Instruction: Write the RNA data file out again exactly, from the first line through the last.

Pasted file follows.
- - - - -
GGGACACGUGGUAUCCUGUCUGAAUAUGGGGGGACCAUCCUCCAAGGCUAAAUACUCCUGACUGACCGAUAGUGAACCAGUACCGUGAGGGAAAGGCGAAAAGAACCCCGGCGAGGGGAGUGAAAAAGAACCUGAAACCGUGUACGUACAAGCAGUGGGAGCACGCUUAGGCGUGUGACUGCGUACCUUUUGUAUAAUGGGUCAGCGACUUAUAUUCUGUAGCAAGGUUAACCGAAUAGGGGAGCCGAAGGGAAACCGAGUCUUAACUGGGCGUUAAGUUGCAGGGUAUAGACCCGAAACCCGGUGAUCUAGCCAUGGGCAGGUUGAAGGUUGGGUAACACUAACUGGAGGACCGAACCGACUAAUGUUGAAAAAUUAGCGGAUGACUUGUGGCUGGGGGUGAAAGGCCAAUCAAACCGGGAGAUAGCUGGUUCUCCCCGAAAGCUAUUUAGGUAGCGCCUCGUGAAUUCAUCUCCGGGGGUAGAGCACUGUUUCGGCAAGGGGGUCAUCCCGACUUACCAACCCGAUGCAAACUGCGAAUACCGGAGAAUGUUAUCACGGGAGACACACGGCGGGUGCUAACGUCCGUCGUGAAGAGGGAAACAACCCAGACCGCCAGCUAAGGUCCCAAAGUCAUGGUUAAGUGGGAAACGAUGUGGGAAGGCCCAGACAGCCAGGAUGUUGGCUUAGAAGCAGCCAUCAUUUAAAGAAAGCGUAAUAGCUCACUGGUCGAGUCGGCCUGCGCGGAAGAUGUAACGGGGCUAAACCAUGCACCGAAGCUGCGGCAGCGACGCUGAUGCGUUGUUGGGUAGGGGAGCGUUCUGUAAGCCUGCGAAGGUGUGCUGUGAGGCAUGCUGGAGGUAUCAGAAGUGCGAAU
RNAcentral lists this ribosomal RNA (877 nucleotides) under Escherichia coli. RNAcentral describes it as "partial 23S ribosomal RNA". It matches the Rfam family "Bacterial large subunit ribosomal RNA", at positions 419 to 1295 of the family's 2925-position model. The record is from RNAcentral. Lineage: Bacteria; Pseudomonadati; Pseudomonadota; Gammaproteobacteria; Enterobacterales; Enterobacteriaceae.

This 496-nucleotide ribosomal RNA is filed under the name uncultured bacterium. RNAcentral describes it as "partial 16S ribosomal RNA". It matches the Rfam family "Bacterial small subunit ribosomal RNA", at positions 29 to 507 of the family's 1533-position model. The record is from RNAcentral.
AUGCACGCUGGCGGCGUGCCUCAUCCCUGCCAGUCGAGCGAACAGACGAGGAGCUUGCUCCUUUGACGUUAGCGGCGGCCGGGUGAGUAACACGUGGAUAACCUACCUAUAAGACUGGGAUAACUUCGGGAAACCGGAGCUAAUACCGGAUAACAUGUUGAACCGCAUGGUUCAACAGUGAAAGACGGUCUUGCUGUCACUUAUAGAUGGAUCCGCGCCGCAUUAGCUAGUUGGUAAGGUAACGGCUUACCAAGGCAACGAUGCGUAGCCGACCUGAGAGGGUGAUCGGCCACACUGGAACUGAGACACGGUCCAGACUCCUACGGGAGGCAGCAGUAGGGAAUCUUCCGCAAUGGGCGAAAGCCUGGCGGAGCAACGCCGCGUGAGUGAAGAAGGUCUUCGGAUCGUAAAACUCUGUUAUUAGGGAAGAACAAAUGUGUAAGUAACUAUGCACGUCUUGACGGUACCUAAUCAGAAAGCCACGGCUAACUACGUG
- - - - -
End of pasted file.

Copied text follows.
GGGACACGUGGUAUCCUGUCUGAAUAUGGGGGGACCAUCCUCCAAGGCUAAAUACUCCUGACUGACCGAUAGUGAACCAGUACCGUGAGGGAAAGGCGAAAAGAACCCCGGCGAGGGGAGUGAAAAAGAACCUGAAACCGUGUACGUACAAGCAGUGGGAGCACGCUUAGGCGUGUGACUGCGUACCUUUUGUAUAAUGGGUCAGCGACUUAUAUUCUGUAGCAAGGUUAACCGAAUAGGGGAGCCGAAGGGAAACCGAGUCUUAACUGGGCGUUAAGUUGCAGGGUAUAGACCCGAAACCCGGUGAUCUAGCCAUGGGCAGGUUGAAGGUUGGGUAACACUAACUGGAGGACCGAACCGACUAAUGUUGAAAAAUUAGCGGAUGACUUGUGGCUGGGGGUGAAAGGCCAAUCAAACCGGGAGAUAGCUGGUUCUCCCCGAAAGCUAUUUAGGUAGCGCCUCGUGAAUUCAUCUCCGGGGGUAGAGCACUGUUUCGGCAAGGGGGUCAUCCCGACUUACCAACCCGAUGCAAACUGCGAAUACCGGAGAAUGUUAUCACGGGAGACACACGGCGGGUGCUAACGUCCGUCGUGAAGAGGGAAACAACCCAGACCGCCAGCUAAGGUCCCAAAGUCAUGGUUAAGUGGGAAACGAUGUGGGAAGGCCCAGACAGCCAGGAUGUUGGCUUAGAAGCAGCCAUCAUUUAAAGAAAGCGUAAUAGCUCACUGGUCGAGUCGGCCUGCGCGGAAGAUGUAACGGGGCUAAACCAUGCACCGAAGCUGCGGCAGCGACGCUGAUGCGUUGUUGGGUAGGGGAGCGUUCUGUAAGCCUGCGAAGGUGUGCUGUGAGGCAUGCUGGAGGUAUCAGAAGUGCGAAU
RNAcentral lists this ribosomal RNA (877 nucleotides) under Escherichia coli. RNAcentral describes it as "partial 23S ribosomal RNA". It matches the Rfam family "Bacterial large subunit ribosomal RNA", at positions 419 to 1295 of the family's 2925-position model. The record is from RNAcentral. Lineage: Bacteria; Pseudomonadati; Pseudomonadota; Gammaproteobacteria; Enterobacterales; Enterobacteriaceae.

This 496-nucleotide ribosomal RNA is filed under the name uncultured bacterium. RNAcentral describes it as "partial 16S ribosomal RNA". It matches the Rfam family "Bacterial small subunit ribosomal RNA", at positions 29 to 507 of the family's 1533-position model. The record is from RNAcentral.
AUGCACGCUGGCGGCGUGCCUCAUCCCUGCCAGUCGAGCGAACAGACGAGGAGCUUGCUCCUUUGACGUUAGCGGCGGCCGGGUGAGUAACACGUGGAUAACCUACCUAUAAGACUGGGAUAACUUCGGGAAACCGGAGCUAAUACCGGAUAACAUGUUGAACCGCAUGGUUCAACAGUGAAAGACGGUCUUGCUGUCACUUAUAGAUGGAUCCGCGCCGCAUUAGCUAGUUGGUAAGGUAACGGCUUACCAAGGCAACGAUGCGUAGCCGACCUGAGAGGGUGAUCGGCCACACUGGAACUGAGACACGGUCCAGACUCCUACGGGAGGCAGCAGUAGGGAAUCUUCCGCAAUGGGCGAAAGCCUGGCGGAGCAACGCCGCGUGAGUGAAGAAGGUCUUCGGAUCGUAAAACUCUGUUAUUAGGGAAGAACAAAUGUGUAAGUAACUAUGCACGUCUUGACGGUACCUAAUCAGAAAGCCACGGCUAACUACGUG